Verses 17-28

Mat 20:17-28

Section II.
Journey from Perea to Jerusalem, Matthew 20:17 to Matthew 21:22

J.W. McGarvey

Third Prediction of His Death, Matthew 20:17-19.
(
Mark 10:32-34; Luke 18:31-34)

17. going up to Jerusalem.—Having followed Jesus, on his departure from Galilee, into Perea, where the conversations of the last section took place, Matthew now starts with him from some point in that country, on his last journey to Jerusalem. Much matter related by John (perhaps all from his seventh to his eleventh chapter inclusive), and some related by Luke (Luke 17:1 to Luke 18:14), are here omitted.

the twelve disciples apart.—As on the two former occasions, Jesus makes the announcement of his death to his immediate followers alone. Such an announcement to the unbelieving multitude would have confirmed them in their unbelief, and at the same time it might have encouraged his enemies in their machinations against him.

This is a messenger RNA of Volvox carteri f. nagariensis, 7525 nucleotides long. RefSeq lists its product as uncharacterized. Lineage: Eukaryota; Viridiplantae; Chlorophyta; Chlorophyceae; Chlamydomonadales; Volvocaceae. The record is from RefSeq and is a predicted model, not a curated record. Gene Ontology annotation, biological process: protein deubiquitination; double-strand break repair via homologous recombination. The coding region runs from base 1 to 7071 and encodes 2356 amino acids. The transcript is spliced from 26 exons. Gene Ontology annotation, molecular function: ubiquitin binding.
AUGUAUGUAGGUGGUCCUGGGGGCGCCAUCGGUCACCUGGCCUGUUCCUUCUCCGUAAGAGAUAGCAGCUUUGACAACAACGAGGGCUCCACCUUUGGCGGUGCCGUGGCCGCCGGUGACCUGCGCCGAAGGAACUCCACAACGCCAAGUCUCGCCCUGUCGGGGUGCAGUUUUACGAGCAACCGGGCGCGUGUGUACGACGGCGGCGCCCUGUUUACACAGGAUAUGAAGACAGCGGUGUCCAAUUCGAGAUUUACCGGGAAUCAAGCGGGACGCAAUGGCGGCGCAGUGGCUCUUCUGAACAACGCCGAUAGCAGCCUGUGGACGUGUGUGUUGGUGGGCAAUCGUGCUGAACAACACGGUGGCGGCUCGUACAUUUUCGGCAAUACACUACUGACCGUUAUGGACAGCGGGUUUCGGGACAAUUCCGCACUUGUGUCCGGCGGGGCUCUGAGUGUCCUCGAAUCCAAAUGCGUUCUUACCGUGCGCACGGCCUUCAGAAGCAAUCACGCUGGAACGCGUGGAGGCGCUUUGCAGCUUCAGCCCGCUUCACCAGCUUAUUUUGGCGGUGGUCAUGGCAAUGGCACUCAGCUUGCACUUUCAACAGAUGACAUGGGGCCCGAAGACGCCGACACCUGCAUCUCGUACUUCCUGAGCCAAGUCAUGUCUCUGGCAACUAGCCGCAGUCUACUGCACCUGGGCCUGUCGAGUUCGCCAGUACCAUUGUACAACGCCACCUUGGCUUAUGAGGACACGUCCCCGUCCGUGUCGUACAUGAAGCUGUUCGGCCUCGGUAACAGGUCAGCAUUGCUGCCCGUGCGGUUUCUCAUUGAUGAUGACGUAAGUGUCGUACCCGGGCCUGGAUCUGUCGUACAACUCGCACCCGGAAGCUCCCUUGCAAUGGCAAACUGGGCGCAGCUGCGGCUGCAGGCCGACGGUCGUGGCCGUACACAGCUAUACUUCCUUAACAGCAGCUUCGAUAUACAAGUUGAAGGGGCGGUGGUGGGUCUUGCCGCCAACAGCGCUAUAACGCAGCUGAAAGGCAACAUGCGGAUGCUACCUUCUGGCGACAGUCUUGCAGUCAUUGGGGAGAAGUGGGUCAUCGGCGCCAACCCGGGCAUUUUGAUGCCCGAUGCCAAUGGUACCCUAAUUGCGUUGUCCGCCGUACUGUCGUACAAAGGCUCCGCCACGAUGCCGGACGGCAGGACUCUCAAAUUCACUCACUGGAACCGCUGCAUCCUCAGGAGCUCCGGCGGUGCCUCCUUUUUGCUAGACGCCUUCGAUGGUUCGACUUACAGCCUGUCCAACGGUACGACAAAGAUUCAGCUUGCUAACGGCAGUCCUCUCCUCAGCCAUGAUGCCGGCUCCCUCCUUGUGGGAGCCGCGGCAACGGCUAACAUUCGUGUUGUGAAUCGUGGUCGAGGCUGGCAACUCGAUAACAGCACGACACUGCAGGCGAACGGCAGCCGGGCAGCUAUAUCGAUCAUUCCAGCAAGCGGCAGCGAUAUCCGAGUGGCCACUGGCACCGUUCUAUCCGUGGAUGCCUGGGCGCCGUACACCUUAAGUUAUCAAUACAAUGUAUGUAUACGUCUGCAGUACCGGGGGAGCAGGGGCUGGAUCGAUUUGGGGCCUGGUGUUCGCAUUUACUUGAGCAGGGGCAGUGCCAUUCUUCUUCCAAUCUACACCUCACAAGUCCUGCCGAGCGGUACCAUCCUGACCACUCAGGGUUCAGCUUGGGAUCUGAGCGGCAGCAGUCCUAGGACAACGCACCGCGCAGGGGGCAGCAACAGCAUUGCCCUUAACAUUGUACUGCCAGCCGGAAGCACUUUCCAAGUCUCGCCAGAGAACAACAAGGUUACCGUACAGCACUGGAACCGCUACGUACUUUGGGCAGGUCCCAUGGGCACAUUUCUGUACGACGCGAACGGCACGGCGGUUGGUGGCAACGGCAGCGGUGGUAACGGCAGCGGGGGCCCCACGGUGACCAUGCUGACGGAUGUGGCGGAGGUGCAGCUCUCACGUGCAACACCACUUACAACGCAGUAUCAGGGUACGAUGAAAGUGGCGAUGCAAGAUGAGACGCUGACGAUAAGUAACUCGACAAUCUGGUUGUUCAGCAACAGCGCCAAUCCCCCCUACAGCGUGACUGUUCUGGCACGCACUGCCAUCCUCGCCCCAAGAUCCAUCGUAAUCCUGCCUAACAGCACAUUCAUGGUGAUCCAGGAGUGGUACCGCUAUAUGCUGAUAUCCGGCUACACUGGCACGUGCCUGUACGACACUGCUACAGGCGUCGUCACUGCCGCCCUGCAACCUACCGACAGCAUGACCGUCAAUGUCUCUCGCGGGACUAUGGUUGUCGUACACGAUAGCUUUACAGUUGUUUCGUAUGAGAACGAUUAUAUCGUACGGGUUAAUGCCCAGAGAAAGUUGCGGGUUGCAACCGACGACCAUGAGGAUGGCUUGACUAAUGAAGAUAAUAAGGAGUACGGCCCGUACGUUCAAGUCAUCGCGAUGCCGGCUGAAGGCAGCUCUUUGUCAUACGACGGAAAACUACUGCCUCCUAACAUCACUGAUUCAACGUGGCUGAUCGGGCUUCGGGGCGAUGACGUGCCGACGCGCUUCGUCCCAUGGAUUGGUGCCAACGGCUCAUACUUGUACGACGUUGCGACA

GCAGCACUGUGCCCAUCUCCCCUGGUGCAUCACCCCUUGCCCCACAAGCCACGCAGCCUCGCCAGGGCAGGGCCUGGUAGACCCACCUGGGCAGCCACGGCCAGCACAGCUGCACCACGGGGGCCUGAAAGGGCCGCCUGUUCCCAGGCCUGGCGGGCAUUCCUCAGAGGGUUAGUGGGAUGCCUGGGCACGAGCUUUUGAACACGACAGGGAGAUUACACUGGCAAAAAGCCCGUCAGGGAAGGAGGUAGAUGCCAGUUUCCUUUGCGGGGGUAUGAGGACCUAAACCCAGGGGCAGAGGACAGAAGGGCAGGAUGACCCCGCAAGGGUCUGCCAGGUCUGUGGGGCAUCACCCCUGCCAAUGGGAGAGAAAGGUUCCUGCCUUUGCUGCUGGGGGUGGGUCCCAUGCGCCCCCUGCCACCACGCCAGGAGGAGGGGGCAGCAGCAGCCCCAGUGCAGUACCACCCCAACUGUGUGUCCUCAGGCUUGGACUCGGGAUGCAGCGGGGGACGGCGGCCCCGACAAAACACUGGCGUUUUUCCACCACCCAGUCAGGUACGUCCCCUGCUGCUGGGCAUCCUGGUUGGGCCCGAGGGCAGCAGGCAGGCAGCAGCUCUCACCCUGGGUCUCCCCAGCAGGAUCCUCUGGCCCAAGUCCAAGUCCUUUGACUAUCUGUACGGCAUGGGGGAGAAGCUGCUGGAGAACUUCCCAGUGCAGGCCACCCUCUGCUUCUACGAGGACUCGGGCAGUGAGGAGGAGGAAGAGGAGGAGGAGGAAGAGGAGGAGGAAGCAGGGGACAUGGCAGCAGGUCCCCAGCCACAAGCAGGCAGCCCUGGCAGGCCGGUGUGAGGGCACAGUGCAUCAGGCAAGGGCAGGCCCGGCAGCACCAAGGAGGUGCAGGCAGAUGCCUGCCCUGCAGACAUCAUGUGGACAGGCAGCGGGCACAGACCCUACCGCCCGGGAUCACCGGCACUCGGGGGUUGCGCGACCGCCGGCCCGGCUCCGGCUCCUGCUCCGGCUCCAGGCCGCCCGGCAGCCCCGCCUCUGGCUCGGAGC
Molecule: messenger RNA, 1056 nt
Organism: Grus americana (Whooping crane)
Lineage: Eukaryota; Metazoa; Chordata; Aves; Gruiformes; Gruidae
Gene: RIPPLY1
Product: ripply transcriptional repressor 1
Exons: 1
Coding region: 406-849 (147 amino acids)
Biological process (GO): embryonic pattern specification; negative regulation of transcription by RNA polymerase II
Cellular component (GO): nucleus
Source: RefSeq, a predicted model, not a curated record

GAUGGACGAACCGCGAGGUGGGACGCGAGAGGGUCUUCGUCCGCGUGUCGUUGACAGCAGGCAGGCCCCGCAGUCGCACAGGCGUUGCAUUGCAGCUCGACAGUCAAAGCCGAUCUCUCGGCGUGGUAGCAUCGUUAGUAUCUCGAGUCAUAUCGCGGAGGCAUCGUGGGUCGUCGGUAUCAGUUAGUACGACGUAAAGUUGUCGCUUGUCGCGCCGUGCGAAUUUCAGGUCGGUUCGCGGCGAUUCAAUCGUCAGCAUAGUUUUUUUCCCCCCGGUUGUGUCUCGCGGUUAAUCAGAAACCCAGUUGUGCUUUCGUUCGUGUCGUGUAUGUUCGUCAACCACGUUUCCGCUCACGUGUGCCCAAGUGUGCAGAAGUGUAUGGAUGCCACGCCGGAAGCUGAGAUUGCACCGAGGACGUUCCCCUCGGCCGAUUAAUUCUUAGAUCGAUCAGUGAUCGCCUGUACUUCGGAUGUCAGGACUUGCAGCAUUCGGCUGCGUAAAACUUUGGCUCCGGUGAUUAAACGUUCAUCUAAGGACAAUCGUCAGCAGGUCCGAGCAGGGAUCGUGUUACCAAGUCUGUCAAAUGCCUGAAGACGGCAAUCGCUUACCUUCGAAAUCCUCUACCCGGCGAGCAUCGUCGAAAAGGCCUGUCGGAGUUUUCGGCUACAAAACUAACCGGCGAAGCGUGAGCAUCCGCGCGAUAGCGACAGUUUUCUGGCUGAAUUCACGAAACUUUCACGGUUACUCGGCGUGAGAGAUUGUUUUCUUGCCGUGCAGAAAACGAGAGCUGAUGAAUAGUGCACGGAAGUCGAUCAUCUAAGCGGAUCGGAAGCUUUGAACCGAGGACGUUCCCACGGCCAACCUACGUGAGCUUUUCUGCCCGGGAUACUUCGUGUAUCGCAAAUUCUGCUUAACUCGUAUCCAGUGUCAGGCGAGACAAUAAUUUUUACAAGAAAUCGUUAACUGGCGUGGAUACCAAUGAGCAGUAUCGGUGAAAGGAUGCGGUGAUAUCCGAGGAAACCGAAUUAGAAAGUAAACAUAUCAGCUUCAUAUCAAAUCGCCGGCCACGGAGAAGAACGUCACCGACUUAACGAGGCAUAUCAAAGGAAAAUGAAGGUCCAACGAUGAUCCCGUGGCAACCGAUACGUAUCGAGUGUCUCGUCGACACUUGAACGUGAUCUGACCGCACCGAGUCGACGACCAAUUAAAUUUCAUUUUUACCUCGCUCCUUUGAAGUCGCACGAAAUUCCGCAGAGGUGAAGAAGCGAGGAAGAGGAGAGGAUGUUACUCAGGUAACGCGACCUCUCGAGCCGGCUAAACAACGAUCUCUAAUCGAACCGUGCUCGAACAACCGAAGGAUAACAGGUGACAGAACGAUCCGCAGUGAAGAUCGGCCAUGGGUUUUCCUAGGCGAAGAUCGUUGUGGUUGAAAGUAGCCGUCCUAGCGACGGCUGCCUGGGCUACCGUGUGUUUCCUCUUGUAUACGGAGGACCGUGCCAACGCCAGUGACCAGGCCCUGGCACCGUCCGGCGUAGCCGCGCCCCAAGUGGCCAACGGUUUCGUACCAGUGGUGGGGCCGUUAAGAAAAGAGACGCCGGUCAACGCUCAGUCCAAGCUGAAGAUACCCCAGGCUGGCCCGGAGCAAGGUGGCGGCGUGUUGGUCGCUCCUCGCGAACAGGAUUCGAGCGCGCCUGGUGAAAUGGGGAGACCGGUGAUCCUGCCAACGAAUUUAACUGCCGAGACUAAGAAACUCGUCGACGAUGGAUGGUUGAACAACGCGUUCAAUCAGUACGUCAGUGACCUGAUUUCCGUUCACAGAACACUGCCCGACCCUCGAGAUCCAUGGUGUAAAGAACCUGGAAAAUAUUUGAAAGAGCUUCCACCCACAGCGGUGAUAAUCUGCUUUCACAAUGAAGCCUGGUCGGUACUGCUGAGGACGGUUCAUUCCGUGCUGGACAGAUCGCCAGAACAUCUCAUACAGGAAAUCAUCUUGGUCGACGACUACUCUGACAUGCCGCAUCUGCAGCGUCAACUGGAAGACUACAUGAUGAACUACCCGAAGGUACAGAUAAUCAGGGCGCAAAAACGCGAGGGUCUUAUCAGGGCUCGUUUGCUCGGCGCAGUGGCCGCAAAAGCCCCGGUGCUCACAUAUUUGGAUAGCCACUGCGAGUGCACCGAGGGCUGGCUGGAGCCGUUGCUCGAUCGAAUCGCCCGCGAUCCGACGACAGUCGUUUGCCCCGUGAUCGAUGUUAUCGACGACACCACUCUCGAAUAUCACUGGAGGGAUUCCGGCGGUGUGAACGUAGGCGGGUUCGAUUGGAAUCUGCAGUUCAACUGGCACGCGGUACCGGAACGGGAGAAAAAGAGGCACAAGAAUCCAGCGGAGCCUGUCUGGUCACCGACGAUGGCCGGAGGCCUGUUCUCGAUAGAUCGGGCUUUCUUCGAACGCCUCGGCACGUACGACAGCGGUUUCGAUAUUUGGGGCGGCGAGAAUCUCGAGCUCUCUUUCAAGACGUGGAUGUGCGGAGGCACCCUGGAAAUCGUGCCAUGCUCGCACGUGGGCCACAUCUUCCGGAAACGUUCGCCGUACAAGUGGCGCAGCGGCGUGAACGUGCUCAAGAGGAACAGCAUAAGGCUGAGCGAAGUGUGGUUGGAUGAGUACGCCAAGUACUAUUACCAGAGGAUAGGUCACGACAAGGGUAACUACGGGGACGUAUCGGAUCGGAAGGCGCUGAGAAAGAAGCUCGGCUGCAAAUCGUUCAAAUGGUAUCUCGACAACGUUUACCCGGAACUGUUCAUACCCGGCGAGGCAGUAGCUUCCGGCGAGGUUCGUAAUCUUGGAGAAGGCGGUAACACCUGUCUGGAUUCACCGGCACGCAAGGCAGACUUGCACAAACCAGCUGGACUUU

18, 19. shall be betrayed.—In these verses Jesus describes his arrest, condemnation, and sufferings, precisely as they afterward occurred. First, he was to be "betrayed unto the chief priests and unto the scribes," which was done by Judas. Second, he was to be condemned by them to death, and to be delivered to the Gentiles, which was done when the Sanhedrim pronounced him guilty and called on Pilate to execute him. Third, the Gentiles were "to mock, and to scourge, and to crucify him," which was done by the soldiers of Pilate with his consent. Fourth, on the third day he was to rise again, and this was effected by the power of God. If we only credit Matthew’s statement, that this prediction was made by Jesus while he was yet alive and before he made his last visit to Jerusalem, we must regard it as one of the most remarkable predictions recorded even in the Bible.

Jesus Again Predicts His Death - Matthew 20:17-19

Open It

1. What funeral/burial arrangements do you want for yourself?